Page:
On 16 January 2020, Carolyn Harris MP said that parents of stillborn babies had asked for help to trace their graves, so that they could commemorate their loss.  She asked for a debate in Government time about what those in Parliament could do to help these bereaved parents.


Funerals for stillborn babies and infants

Babies who are stillborn (born dead) after 24 weeks of pregnancy (until 1992, after 28 weeks), or die during infancy, must be buried or cremated. Cemeteries and crematoria are required to keep records of all such burials and cremations.   Babies who are stillborn before 24 weeks (until 1992, before 28 weeks) can have a funeral, although this is not a legal requirement.  According to the charity Sands (Stillbirth and Neonatal Death charity), “sadly, if your baby was born before 1992 and before 28 completed weeks of pregnancy, there will probably be no record of burial or cremation”.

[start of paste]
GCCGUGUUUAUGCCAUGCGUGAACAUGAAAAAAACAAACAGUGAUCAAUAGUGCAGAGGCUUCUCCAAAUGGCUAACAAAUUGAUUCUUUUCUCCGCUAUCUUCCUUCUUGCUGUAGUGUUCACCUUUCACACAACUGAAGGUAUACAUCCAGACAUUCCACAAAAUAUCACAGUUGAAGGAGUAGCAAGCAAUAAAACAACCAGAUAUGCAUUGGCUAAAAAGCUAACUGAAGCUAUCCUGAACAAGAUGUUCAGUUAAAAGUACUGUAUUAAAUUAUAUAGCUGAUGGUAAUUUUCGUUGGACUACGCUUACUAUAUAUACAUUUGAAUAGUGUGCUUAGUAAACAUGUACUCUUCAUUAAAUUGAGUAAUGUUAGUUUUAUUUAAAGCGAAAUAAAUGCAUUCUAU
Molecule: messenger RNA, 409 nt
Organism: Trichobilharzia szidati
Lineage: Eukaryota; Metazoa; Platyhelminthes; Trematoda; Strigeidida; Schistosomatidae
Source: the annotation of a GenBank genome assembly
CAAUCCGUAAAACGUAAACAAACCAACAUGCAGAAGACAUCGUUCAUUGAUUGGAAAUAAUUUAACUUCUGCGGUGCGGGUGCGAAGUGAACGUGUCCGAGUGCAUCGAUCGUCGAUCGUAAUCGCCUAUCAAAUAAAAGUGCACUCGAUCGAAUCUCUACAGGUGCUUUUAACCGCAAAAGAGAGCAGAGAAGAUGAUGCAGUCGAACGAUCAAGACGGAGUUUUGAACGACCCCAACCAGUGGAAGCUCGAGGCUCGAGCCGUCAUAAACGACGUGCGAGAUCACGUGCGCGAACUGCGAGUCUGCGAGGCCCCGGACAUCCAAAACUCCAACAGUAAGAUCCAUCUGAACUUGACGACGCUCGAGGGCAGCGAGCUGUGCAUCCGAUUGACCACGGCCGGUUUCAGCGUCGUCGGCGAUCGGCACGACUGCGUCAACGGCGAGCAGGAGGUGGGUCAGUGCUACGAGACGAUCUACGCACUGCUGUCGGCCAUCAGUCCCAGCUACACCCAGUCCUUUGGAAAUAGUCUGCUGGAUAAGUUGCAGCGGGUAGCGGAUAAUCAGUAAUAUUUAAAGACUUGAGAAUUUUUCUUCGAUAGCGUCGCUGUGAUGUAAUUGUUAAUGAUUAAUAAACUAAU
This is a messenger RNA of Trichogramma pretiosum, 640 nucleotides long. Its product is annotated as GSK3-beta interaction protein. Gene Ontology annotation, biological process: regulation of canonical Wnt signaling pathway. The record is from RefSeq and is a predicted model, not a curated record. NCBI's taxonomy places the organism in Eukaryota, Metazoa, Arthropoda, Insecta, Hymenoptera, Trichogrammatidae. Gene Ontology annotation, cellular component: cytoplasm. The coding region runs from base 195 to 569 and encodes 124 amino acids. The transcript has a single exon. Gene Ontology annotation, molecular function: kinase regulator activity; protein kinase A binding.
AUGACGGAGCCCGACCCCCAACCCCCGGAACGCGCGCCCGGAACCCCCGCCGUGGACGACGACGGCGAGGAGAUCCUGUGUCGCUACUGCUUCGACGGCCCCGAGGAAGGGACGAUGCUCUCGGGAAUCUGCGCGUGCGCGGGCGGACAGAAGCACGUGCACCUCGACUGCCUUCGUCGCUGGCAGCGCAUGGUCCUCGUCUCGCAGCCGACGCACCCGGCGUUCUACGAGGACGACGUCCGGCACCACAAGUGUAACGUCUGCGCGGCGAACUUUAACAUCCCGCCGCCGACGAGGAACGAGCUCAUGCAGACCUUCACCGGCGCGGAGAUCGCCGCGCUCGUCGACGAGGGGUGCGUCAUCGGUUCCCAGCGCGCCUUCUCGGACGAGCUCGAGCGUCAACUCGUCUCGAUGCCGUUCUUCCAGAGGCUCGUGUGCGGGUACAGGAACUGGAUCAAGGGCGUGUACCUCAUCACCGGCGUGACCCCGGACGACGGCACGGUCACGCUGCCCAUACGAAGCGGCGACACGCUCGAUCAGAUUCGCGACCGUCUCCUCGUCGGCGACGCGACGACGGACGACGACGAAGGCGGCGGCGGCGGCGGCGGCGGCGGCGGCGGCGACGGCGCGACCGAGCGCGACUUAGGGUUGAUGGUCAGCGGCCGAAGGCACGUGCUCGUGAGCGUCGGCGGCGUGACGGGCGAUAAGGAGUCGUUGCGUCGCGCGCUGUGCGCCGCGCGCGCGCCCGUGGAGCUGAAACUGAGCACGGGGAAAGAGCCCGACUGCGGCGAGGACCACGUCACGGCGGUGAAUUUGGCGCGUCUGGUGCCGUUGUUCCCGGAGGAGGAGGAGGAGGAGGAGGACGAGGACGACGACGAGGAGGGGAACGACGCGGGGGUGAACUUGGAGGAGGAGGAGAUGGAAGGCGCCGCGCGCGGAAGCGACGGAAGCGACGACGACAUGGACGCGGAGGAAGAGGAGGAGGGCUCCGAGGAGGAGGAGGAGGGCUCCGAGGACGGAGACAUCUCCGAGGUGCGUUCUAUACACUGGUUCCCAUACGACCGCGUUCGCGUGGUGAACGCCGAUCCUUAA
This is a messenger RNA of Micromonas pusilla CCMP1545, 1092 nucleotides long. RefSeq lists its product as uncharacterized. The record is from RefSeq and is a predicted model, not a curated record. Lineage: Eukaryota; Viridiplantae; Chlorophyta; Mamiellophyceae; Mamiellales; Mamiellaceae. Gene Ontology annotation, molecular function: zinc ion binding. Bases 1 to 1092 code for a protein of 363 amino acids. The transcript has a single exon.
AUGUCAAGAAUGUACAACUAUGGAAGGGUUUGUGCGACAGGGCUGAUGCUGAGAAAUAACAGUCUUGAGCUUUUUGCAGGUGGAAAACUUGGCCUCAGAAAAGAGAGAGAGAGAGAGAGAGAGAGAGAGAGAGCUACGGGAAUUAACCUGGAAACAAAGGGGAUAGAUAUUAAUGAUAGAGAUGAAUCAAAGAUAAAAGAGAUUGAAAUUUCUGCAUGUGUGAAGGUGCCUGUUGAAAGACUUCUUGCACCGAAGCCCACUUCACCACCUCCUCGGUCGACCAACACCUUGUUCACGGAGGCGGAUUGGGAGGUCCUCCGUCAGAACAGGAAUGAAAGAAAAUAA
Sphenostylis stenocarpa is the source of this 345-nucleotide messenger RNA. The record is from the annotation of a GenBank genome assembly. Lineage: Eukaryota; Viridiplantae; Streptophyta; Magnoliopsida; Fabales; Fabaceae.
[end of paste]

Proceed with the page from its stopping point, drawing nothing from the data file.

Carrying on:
Burial of stillborn babies

Sands has stated that it was only in the mid-1980s that parents of stillborn babies and babies who died shortly after birth began to be consulted about funeral arrangements for their baby.  Before then, hospitals often took care of funeral arrangements, without the involvement of parents.  Babies were sometimes buried in shared graves and many parents were not told what happened to their baby’s body.

Infant cremation

Separately, there have been problems connected to infant cremation.  At a time when there was no statutory definition of “ashes”, parents received ashes only from some crematoria.   There have also been cases where parents were told that no ashes would be recovered, whereas in fact there had been ashes, which were sometimes disposed of without the parents’ knowledge.

There have been a number of reports on infant cremation, all of which made recommendations, following which action has been taken to address problems which they identified.  A Commons Library briefing paper provides further information, Infant cremation.

Further reading

Related posts